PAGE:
Alex Wong Getty Images

Originally published on Wed April 30, 2014 5:28 pm

All of us who write for a living know what it's like to completely forget something you wrote 13 years ago.

But when a Supreme Court justice pointedly cites the facts in a decision he wrote, and gets them exactly wrong, it is more than embarrassing. It makes for headlines among the legal cognoscenti.

I'm not sure I rank as one of the cognoscenti, but here's my headline for Justice Antonin Scalia's booboo: "Nino's No-No."

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NPR News Investigations
3:57 pm
Wed April 30, 2014

Campus Rape Reports Are Up, And Assaults Aren't The Only Reason

After the University of Michigan increased its efforts to prevent sexual assaults on campus, reports increased by 113 percent.
Erin/Flickr

Originally published on Wed April 30, 2014 5:04 pm

The number of "forcible rapes" that get reported at four-year colleges increased 49 percent between 2008 and 2012. That's the finding of an analysis by NPR's Investigative Unit of data from the Department of Education.

That increase shows that sexual assault is a persistent and ugly problem on college campuses. But there's also a way to look at the rise in reports and see something positive: It means more students are willing to come forward and report this underreported crime.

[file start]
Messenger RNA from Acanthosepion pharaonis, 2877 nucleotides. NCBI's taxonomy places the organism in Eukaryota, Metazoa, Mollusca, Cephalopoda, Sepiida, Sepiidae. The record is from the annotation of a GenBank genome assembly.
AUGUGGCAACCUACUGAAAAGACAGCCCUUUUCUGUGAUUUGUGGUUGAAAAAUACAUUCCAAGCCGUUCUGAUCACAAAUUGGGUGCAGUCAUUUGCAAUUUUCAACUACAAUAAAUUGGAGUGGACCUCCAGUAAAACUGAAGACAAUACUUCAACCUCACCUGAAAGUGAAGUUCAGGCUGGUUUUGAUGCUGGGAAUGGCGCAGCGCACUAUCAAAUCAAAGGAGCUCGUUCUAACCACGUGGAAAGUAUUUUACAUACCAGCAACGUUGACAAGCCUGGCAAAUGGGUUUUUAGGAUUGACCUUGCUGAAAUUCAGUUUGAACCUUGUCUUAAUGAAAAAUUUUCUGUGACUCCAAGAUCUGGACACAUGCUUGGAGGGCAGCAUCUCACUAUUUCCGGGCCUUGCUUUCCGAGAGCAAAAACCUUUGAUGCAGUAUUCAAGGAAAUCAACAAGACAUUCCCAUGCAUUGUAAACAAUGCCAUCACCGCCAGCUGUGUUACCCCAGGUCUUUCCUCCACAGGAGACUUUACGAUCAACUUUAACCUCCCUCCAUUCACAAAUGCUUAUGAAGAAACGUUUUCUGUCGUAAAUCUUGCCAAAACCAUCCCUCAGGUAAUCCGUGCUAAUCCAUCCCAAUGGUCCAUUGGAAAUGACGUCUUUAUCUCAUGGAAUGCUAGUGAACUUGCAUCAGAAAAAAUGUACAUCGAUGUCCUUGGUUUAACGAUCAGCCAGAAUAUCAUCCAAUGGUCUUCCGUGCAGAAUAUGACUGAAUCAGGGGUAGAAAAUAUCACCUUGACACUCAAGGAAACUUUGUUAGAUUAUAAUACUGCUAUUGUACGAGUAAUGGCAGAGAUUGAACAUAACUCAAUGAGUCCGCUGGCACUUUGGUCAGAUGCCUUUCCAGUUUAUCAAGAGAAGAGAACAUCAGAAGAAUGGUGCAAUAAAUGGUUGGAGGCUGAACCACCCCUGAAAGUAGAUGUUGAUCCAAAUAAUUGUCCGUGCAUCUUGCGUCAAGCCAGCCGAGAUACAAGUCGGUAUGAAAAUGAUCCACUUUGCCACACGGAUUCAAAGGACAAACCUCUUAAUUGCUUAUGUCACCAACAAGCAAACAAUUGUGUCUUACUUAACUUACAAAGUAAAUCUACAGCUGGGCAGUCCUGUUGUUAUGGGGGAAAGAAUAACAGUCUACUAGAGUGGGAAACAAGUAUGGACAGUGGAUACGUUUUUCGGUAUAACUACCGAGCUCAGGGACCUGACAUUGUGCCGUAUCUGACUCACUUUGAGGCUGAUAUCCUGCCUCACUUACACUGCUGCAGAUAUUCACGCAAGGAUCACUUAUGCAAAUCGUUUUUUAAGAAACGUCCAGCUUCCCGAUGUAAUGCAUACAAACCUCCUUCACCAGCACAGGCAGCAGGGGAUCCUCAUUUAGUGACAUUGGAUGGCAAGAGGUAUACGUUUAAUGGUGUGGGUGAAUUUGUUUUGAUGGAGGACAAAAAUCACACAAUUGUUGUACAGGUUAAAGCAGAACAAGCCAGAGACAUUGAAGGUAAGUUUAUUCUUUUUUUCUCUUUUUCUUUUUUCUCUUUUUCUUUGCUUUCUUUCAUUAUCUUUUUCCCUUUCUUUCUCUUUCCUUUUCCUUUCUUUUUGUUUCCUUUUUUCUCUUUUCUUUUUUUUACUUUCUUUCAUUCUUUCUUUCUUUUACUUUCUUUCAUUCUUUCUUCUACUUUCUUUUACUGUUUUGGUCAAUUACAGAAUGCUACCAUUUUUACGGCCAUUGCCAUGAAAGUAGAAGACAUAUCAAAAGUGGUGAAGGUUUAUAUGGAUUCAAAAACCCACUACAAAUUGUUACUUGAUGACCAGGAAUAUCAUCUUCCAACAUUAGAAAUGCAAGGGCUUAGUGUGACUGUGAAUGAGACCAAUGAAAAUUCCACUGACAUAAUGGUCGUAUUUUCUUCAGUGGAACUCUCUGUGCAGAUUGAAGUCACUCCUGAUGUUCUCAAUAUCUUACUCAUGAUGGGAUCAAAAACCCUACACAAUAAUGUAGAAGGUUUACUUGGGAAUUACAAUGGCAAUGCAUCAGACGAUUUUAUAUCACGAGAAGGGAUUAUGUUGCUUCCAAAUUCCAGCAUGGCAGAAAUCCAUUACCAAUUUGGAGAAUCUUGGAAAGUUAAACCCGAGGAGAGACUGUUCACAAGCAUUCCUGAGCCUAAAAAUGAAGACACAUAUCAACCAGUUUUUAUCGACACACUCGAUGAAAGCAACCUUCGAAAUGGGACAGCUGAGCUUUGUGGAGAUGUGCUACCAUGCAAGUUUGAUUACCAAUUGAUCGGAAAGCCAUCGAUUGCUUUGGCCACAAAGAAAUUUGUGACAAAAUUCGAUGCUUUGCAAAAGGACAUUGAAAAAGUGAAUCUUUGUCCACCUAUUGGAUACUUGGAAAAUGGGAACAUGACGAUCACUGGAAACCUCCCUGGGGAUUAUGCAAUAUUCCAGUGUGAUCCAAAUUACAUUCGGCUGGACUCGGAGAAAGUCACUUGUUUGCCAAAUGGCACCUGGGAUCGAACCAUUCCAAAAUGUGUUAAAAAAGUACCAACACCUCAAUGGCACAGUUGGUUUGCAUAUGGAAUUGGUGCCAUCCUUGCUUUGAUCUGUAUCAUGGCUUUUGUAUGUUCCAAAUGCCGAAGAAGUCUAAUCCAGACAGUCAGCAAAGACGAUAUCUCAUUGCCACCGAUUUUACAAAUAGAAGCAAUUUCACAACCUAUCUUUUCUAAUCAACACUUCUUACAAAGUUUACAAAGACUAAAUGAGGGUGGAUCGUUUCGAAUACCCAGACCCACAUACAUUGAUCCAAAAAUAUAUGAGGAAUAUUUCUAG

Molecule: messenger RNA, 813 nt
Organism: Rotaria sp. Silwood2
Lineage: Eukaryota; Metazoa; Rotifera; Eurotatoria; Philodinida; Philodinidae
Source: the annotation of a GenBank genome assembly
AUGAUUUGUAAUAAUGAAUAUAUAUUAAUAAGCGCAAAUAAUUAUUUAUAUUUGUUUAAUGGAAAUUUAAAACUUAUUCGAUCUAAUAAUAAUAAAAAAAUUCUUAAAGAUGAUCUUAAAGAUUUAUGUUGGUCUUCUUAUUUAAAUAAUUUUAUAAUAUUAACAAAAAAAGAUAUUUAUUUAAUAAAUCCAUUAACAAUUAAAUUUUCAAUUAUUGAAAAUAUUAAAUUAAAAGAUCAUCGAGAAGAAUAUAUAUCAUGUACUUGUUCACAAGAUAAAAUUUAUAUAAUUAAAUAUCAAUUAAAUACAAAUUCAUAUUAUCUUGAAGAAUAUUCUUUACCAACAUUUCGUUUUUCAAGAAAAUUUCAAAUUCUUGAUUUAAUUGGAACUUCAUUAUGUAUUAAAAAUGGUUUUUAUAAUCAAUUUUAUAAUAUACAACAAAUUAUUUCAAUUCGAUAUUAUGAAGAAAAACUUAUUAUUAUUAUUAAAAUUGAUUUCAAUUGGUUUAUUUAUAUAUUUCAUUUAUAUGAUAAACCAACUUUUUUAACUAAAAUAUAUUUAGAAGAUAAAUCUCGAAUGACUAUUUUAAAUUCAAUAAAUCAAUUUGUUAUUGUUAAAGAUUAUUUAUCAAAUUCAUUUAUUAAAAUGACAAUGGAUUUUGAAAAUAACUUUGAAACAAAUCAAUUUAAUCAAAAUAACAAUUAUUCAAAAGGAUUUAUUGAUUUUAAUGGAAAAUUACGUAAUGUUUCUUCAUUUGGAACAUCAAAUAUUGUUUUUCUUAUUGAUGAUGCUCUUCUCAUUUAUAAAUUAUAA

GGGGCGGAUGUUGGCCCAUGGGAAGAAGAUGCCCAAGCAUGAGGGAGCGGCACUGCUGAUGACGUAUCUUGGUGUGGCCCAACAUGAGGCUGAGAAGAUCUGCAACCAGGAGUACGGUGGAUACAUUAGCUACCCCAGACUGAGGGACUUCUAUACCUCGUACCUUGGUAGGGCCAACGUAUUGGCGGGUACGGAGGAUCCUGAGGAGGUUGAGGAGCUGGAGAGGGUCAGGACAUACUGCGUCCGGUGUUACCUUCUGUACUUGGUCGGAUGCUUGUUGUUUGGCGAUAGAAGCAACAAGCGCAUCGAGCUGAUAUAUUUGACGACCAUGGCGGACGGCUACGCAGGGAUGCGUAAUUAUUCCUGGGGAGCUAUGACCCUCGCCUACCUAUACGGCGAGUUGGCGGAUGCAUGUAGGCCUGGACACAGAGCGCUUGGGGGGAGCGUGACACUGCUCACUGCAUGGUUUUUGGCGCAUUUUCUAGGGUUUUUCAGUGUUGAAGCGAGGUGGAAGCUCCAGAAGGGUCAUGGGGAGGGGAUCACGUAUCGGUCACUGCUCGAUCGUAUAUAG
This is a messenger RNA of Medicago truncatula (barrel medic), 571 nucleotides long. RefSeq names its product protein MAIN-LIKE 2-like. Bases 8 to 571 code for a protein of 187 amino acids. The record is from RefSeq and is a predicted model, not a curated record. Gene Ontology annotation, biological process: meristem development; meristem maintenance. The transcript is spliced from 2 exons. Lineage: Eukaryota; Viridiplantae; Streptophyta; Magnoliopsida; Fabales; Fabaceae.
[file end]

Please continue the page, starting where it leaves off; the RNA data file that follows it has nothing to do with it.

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All Tech Considered
3:07 pm
Wed April 30, 2014

High-Tech Maker Spaces: Helping Little Startups Make It Big

A member works in the electronics lab at NextFab Studios in Philadelphia. Members pay for access to computers and high-end machines like laser cutters and 3-D printers.
Jon Kalish

Originally published on Wed June 4, 2014 3:20 pm

Around the country, there are lots of tinkerers working on what they hope will be the next brilliant idea — but who don't have the tools in their garage to build it.

In dozens of cities, those innovators can set up shop in a "maker space" — community workshops where members have access to sophisticated tools and expertise.

Maker spaces have become hotbeds of technological innovation and entrepreneurship. Now, governments, universities and big corporations are taking notice — and beginning to invest in them.

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The Salt